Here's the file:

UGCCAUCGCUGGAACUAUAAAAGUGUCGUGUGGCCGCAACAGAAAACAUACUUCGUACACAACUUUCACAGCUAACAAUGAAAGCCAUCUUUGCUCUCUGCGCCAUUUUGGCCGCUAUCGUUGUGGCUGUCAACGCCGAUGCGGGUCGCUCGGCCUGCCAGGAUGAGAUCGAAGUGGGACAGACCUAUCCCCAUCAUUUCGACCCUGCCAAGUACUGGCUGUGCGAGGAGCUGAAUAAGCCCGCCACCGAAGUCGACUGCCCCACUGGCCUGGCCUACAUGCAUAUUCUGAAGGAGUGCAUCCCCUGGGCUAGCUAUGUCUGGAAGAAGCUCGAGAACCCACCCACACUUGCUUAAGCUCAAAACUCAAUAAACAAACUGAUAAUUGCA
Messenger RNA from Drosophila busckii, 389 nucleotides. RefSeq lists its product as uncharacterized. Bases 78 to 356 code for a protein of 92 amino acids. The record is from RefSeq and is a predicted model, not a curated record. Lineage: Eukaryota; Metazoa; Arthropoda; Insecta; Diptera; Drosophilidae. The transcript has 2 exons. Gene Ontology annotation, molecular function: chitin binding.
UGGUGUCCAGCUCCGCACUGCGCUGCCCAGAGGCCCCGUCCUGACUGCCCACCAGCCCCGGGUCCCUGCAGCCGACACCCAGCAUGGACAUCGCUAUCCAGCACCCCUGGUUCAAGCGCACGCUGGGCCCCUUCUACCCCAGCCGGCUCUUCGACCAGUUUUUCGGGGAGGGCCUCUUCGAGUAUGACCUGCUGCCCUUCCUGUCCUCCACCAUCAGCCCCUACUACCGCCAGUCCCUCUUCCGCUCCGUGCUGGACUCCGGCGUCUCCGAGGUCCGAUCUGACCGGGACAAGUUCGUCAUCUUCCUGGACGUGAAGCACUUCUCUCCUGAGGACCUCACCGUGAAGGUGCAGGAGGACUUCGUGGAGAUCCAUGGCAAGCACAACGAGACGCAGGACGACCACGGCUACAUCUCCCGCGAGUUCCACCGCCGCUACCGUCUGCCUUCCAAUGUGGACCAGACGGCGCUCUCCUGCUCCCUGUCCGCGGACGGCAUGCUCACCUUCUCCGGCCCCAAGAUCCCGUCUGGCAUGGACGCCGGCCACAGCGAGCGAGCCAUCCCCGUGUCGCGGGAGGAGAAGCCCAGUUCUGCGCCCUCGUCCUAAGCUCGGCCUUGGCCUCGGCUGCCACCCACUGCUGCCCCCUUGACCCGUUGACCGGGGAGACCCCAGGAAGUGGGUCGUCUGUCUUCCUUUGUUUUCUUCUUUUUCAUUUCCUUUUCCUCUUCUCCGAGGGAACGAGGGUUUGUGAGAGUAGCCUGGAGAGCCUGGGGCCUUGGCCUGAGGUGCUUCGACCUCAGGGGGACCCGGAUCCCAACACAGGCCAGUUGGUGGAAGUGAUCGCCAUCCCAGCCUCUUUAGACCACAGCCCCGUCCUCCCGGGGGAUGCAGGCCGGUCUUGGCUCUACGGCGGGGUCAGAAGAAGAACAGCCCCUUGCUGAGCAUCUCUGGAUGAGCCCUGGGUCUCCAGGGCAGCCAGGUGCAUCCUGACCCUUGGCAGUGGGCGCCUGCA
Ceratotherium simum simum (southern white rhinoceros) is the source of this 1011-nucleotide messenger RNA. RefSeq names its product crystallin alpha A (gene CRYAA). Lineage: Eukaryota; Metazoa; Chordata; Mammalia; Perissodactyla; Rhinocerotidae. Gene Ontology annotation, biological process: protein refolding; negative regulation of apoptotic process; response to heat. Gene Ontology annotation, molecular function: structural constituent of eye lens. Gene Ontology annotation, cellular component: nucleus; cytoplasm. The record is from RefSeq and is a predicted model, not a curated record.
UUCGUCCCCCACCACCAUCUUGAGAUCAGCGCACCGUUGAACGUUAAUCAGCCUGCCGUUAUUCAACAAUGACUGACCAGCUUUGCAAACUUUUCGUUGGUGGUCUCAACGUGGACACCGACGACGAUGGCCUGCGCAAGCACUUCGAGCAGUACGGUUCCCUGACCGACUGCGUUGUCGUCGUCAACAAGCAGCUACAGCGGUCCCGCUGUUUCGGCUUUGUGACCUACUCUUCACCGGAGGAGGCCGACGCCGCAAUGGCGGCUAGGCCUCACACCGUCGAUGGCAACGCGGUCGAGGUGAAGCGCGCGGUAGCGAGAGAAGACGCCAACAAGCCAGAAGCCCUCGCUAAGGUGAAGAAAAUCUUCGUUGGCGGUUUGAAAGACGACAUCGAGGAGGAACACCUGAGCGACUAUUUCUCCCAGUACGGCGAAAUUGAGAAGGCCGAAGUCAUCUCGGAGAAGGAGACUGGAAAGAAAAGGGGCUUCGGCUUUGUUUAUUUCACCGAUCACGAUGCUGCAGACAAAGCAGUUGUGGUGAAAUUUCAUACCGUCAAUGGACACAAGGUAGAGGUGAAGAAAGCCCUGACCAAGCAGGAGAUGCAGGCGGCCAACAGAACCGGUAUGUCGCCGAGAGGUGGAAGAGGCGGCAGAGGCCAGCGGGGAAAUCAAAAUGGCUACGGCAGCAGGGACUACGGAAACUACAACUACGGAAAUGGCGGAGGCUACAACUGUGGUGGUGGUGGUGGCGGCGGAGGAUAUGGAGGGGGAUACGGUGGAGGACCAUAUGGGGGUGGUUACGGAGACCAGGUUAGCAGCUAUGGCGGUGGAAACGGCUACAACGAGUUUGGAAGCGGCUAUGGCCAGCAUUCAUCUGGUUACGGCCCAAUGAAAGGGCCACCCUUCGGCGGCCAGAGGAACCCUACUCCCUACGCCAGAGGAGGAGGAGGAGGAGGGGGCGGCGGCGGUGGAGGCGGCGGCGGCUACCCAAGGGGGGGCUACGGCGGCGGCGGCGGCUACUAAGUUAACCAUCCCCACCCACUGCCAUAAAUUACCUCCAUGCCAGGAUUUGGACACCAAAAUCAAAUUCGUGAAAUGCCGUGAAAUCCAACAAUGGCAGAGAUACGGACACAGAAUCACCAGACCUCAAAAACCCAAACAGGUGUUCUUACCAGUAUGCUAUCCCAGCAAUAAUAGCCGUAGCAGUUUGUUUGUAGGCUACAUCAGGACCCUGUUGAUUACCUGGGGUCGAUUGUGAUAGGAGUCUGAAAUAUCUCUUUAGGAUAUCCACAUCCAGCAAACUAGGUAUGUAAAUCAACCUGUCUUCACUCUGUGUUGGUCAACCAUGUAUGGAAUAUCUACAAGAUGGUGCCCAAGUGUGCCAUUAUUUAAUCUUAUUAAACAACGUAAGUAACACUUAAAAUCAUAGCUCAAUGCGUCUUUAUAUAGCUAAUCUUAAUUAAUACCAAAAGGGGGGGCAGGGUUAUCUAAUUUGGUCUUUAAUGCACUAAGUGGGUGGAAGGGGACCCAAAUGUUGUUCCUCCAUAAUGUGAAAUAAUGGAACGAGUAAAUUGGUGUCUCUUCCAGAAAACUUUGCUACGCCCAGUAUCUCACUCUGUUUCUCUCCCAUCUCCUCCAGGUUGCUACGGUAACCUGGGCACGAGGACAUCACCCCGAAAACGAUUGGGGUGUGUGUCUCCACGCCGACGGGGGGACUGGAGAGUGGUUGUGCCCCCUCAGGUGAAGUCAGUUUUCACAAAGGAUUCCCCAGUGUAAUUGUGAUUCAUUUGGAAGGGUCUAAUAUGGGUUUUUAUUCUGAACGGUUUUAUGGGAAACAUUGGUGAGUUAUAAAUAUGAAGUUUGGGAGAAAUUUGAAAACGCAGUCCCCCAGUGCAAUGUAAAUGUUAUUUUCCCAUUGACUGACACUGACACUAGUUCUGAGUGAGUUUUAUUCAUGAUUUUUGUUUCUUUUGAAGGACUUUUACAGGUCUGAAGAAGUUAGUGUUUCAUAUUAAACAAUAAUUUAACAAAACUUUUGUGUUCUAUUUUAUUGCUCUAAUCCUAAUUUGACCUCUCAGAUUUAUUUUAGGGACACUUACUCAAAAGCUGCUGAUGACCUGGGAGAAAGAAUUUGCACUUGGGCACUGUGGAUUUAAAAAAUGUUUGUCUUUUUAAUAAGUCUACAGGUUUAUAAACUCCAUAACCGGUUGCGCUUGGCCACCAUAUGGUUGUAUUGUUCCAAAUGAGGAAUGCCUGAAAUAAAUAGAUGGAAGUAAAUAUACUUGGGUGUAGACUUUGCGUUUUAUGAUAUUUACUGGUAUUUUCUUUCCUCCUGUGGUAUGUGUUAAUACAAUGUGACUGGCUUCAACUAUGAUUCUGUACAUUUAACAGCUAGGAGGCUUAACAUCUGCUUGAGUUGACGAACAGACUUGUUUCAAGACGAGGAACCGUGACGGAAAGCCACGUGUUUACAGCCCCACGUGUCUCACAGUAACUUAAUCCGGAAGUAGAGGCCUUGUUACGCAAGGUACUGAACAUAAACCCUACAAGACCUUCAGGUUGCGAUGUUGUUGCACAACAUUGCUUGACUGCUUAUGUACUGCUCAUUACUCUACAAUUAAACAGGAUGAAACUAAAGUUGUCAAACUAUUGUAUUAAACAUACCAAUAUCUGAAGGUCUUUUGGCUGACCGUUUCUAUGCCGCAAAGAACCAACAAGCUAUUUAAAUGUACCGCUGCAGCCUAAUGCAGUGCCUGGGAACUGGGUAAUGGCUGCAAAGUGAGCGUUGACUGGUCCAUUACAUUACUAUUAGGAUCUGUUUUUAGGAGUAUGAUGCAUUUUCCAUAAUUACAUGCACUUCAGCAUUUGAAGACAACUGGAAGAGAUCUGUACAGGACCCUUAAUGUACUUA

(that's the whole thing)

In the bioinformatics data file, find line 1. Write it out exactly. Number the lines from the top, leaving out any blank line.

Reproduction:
UGCCAUCGCUGGAACUAUAAAAGUGUCGUGUGGCCGCAACAGAAAACAUACUUCGUACACAACUUUCACAGCUAACAAUGAAAGCCAUCUUUGCUCUCUGCGCCAUUUUGGCCGCUAUCGUUGUGGCUGUCAACGCCGAUGCGGGUCGCUCGGCCUGCCAGGAUGAGAUCGAAGUGGGACAGACCUAUCCCCAUCAUUUCGACCCUGCCAAGUACUGGCUGUGCGAGGAGCUGAAUAAGCCCGCCACCGAAGUCGACUGCCCCACUGGCCUGGCCUACAUGCAUAUUCUGAAGGAGUGCAUCCCCUGGGCUAGCUAUGUCUGGAAGAAGCUCGAGAACCCACCCACACUUGCUUAAGCUCAAAACUCAAUAAACAAACUGAUAAUUGCA